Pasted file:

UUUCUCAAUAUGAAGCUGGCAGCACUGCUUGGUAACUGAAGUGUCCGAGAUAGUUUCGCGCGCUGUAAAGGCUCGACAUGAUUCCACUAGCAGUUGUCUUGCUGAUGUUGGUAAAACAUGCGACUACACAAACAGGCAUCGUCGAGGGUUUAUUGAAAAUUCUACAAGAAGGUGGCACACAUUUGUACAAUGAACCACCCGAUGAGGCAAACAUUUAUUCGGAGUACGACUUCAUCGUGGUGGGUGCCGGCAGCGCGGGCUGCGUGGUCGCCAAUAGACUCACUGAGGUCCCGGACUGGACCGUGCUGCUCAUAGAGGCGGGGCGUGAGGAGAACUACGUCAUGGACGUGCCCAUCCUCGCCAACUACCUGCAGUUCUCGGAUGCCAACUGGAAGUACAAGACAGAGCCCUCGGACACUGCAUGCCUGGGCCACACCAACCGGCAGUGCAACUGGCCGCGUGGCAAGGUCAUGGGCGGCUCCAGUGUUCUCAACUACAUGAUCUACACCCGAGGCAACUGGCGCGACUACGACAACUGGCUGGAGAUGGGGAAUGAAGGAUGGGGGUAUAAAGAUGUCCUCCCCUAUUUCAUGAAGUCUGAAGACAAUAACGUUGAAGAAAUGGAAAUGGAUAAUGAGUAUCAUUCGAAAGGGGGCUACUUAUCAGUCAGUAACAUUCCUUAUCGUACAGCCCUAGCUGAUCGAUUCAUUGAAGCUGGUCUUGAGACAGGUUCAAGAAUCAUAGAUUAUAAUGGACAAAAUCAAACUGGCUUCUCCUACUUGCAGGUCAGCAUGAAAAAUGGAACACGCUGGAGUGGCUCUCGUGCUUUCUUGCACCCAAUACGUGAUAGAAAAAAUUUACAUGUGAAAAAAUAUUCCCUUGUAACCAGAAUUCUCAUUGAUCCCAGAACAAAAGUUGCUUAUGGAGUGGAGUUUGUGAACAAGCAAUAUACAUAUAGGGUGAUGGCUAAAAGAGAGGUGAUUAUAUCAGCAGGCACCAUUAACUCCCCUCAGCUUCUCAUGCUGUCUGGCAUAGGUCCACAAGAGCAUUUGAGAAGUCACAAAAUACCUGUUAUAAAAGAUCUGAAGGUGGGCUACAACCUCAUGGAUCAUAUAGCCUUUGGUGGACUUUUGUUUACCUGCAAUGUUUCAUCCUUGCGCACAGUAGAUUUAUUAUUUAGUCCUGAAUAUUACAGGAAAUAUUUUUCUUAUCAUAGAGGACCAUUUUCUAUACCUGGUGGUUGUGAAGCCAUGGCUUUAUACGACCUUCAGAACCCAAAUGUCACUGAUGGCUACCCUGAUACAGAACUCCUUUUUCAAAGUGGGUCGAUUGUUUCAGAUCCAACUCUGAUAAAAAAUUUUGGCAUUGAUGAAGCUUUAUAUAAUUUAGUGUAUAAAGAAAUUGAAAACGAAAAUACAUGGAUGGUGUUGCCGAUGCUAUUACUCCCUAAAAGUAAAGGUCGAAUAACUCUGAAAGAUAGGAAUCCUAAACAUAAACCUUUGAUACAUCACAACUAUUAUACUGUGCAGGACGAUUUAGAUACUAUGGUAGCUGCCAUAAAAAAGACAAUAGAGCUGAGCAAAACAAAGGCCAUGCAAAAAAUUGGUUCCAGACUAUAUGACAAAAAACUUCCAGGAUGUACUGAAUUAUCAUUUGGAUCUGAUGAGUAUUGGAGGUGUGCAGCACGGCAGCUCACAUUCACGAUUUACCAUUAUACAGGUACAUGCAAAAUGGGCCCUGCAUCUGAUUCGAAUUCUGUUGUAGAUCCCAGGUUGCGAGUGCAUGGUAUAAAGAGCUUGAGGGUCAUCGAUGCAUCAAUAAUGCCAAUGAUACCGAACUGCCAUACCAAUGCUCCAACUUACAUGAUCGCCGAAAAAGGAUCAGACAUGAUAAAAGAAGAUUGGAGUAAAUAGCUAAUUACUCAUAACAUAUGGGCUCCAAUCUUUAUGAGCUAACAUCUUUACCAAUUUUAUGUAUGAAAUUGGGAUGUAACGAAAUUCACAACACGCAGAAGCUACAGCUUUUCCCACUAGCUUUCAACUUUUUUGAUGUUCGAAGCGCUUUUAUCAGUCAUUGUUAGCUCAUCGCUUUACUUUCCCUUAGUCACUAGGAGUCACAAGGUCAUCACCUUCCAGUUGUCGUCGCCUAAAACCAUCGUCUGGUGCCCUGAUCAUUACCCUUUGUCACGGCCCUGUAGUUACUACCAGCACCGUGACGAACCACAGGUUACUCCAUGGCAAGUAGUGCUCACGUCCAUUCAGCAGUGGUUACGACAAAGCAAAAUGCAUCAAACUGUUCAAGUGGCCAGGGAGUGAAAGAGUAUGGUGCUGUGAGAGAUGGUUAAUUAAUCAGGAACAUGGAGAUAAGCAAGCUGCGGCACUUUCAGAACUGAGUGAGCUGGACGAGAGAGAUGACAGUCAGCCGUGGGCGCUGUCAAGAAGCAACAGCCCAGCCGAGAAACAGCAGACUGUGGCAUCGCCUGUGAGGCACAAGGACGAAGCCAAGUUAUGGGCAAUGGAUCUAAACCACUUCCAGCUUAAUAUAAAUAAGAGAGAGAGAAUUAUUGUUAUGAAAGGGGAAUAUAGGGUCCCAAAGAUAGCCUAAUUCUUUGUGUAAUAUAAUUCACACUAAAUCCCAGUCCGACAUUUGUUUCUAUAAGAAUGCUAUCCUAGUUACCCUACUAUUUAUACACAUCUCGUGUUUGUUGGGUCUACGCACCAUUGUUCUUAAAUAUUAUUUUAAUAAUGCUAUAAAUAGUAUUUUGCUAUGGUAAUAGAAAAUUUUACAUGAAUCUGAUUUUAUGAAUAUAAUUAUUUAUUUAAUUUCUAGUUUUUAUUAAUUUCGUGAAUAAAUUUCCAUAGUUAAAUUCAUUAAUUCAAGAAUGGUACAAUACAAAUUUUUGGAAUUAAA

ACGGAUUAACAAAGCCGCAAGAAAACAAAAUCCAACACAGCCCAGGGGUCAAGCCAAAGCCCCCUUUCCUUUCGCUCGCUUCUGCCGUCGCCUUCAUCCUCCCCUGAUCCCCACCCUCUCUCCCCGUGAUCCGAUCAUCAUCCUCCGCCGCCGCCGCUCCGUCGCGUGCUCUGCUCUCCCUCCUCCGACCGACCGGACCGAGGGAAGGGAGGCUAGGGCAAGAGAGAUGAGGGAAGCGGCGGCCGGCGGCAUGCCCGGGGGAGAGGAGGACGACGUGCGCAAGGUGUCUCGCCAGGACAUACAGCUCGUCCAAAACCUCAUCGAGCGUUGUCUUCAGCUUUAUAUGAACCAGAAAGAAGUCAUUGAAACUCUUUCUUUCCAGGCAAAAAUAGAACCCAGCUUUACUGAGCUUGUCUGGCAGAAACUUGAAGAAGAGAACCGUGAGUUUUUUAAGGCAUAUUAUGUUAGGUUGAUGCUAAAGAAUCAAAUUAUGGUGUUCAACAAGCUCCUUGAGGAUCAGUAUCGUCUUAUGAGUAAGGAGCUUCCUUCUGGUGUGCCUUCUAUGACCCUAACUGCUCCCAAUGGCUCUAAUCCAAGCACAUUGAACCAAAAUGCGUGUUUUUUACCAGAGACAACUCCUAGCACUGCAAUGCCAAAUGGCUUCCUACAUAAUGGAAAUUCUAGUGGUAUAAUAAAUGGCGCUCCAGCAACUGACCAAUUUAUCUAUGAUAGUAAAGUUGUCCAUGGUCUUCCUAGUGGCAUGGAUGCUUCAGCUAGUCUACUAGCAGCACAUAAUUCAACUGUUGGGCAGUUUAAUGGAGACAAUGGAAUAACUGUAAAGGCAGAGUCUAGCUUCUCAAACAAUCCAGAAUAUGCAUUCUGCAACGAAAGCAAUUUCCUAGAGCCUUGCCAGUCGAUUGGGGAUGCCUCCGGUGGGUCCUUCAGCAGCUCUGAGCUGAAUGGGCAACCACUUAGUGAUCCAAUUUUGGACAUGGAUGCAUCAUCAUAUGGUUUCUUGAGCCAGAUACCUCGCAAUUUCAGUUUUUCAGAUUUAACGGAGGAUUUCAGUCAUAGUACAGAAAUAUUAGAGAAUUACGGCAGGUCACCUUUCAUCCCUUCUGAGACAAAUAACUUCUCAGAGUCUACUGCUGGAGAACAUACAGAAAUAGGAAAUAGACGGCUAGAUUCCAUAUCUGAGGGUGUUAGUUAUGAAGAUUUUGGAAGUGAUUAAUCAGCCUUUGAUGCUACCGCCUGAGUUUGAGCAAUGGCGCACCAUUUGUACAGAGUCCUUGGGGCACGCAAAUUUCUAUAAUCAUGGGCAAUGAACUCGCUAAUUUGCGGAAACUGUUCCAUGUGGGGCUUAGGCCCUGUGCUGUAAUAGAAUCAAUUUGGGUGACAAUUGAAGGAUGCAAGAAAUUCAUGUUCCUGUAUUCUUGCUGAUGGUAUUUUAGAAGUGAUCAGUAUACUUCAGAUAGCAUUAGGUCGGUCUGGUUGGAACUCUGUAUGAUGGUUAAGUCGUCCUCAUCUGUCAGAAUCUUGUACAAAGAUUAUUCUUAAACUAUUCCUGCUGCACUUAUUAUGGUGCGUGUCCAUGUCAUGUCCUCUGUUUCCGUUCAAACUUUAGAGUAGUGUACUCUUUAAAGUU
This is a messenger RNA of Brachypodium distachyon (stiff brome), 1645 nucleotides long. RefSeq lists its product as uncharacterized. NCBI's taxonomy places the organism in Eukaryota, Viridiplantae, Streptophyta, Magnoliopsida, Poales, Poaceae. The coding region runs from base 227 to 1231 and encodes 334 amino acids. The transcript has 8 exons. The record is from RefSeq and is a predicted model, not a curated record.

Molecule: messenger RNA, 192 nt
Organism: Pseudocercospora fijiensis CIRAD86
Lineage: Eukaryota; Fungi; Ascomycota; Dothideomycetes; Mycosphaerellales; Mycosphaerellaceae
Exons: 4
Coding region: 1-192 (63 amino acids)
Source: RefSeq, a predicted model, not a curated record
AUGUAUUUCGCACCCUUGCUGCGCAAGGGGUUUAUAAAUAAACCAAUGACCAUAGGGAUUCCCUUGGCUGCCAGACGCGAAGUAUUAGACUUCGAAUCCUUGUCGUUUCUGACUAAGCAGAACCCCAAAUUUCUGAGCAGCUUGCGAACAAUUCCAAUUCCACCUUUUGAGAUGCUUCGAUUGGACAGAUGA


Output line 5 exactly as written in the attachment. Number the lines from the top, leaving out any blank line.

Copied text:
Organism: Pseudocercospora fijiensis CIRAD86